PennVet | Friends Support the Future to Honor Their Past
New Bolton Center Kennett Square, PA
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Friends Support the Future to Honor Their Past

By: Sacha Adorno Published: Feb 29, 2016

Dr. Lillian Giuliani and Dr. Charles (Charlie) Koenig, both V'57, know that rigorous classwork, long days, and intense schedules are hallmarks of Penn Vet's excellence—and that fellow students, faculty, and alumni, who know what it's like, can make getting through all the easier.

Friends from day one of vet school, Giuliani and Koenig remain close more than 50 years later. After graduation, both remained in the Philadelphia region. Giuliani started Pets First Veterinary Center in Bryn Mawr, Pennsylvania, where she still puts in two days a week after selling the practice in 2000. Koenig, who retired in 2015, was the founding partner of Limerick Veterinary Hospital. Through the years, they’ve been part of Penn Vet’s alumni network, supporting each other, early career veterinarians, and students.

Recently, to honor a beloved Penn Vet mentor, Dr. Charles W. Raker, V’42, Giuliani, Koenig, and Koenig’s wife Sandy came together to support Penn Vet’s unique Opportunity Scholarship Program. The late Dr. Raker—one of New Bolton Center’s founding fathers and a giant of equine veterinary medicine—started the scholarship program in 1998 to provide both financial assistance and mentoring to Penn Vet students. 

From left to right: Sandra Koenig, Assistant Dean of Advancement Carol Pooser, Penn Vet Dean Joan Hendricks, Andy Elser, V’87, Lillian Giuliani, V’57, and Charles Koenig, V’57.Giuliani and the Koenigs each endowed scholarships—the Lillian A. Giuliani V’57 and the Sandra and Charles Koenig V’57 Endowed Opportunity Scholarships, respectively—that will enable the School to continue recruiting veterinary medicine’s most promising students.

Bellwether spoke with them about their gifts, Penn Vet, friendship and mentorship, and Raker’s tremendous legacy. 


Giuliani: My first job after college was in Dr. Israel Live’s lab at Penn Vet. He was a brilliant man. But, after some time, I realized research wasn’t really where my heart or brain was. Back then, the lab’s window overlooked the stables, and I’d watch Dr. Raker with the Thoroughbreds. They were magnificent, and he was amazing with them. He really spurred me to apply to the School. 

Koenig: Every kid wants to be a veterinarian somewhere along the line. I studied arts and sciences in college. And my brother-in-law— Harold Ayres, V’51—was a veterinarian, and he leaned on me to be a vet...Of course, he recommended Penn Vet for study.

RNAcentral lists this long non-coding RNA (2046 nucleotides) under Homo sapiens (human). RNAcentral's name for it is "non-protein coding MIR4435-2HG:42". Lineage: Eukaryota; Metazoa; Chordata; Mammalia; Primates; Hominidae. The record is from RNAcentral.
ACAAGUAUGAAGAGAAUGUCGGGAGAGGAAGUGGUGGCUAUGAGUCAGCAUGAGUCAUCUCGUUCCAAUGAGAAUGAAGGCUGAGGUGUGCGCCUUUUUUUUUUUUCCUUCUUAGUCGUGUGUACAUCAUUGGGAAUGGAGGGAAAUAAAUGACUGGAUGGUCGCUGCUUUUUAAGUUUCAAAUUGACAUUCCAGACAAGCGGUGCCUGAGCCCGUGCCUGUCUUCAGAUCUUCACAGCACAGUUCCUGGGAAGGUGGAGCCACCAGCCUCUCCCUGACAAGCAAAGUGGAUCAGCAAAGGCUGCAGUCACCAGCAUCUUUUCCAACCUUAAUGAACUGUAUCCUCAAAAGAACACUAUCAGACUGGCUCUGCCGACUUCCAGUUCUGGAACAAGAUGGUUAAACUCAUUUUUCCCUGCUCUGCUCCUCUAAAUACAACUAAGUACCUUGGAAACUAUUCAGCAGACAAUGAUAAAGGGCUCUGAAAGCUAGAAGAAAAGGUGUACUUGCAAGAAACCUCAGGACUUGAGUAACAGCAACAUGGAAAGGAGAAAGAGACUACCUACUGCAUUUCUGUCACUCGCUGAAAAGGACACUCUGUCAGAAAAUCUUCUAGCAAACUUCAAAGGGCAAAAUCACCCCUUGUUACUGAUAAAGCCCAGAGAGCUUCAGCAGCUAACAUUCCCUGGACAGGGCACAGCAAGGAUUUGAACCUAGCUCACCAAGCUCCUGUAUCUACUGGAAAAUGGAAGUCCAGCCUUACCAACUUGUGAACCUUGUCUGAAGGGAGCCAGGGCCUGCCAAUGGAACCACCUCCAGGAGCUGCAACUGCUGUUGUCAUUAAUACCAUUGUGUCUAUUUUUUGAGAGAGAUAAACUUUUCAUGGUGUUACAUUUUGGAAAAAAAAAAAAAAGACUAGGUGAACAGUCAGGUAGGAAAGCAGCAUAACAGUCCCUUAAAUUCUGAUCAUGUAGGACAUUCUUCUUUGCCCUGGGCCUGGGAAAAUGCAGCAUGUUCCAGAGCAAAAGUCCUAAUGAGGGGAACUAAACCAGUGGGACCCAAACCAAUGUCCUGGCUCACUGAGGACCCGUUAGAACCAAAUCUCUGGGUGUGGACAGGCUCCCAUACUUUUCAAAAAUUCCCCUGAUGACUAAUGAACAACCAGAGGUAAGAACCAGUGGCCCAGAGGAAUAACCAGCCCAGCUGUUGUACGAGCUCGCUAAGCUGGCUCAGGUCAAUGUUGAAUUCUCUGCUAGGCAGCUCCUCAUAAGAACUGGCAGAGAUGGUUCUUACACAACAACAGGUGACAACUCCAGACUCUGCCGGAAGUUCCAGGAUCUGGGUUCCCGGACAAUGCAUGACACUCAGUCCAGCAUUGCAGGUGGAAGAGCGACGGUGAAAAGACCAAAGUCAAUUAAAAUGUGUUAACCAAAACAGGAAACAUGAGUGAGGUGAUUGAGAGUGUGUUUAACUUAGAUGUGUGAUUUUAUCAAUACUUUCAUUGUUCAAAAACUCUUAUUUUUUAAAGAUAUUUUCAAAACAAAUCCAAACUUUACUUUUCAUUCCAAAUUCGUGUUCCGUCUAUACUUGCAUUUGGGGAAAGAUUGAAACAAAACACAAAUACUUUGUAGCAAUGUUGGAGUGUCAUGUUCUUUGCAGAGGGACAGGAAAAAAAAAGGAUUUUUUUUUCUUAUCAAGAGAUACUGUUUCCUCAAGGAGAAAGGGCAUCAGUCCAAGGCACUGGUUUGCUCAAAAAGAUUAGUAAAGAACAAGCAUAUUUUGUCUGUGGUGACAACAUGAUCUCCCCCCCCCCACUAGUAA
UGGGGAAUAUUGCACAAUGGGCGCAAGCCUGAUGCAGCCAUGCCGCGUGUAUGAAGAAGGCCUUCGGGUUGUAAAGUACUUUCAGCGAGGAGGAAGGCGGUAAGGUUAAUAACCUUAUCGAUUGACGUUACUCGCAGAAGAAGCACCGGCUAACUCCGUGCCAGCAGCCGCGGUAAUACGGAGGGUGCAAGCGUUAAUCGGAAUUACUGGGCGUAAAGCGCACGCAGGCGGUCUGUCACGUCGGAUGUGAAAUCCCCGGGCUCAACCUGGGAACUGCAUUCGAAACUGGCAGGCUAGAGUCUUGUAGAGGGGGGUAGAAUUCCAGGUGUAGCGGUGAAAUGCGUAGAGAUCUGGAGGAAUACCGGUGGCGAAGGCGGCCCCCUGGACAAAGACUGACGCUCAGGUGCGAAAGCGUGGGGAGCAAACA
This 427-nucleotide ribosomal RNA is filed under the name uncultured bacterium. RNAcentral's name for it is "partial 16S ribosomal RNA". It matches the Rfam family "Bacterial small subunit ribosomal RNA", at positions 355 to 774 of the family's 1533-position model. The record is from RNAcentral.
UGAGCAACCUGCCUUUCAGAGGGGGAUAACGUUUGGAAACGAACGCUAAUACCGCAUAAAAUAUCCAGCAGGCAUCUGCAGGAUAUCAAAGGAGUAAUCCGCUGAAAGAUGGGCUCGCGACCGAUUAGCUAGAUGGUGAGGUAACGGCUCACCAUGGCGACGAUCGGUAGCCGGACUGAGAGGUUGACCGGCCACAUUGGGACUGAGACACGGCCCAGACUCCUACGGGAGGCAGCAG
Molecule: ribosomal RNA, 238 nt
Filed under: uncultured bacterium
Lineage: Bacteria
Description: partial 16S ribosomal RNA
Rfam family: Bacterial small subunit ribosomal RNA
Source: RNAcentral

Giuliani: Charlie [Koenig] and I both went to the same high school, although we didn’t know each other. I am seven years older so our paths didn’t cross. We really met at Penn Vet—everyone looked up to Charlie. In our day, the School’s classes were so small. You were able to get to know classmates really well. It was a nurturing place for friendships.

Koenig: Lil’ G was the big sister of our class. She had a wonderful spirit and liked everyone. She was a really classy, strong presence. In particular, bacteriology was a very difficult course. She helped a lot of us through it—she was very generous with her time and knowledge. Students went through a lot together at Penn Vet and that made us a support group of sorts, as classmates and an alumni network. 


Giuliani: Charlie [Raker] was a true mentor, a very fine man. I was one of four women in a class of 43, and he really led the way for us. More than just encouraging women to apply, he treated all students the same and was available to us equally. I’ve always tried to follow his example. I believe it’s not enough to do well in life; it’s also our responsibility to show the way to others.

Koenig: We all loved Charlie. He held everyone to pretty high standards. Although he was tough, everything he expected and demanded of us was to make us better veterinarians. He only wanted the best from and for us. 

I’ve mentored students for the Opportunity Scholarship Program. It means a great deal to them that I experienced what they’re experiencing now; that they’ll find a way through whatever problem they’re having with a discipline. I tell them that we have a common bond: we were chosen to be veterinarians. 


Giuliani: I received so much from Penn Vet that it’s only reasonable to give back. The School admitted me at a time when vet schools weren’t really accepting women. My education was excellent, and I was treated with respect. All of this was a gift that needs to be recognized. The Opportunity Scholarship Program is a way to express gratitude.

Koenig: Veterinary medicine has always been good to my family and me. This Opportunity Scholarship Program is important for current students and for Penn Vet to attract great students. I first heard about the scholarship years ago, from Charlie himself. He came up to me during an alumni weekend and said, “I have a neat program that you’re going to want to be part of.” He was right.


The Opportunity Scholarship Program provides financial support and matches students with practicing veterinarians as mentors. Throughout school, students connect with their mentors and scholarship sponsors for encouragement. To learn more about this special
giving opportunity, contact Jillian Marcussen, Director of Development, at 215-898-4235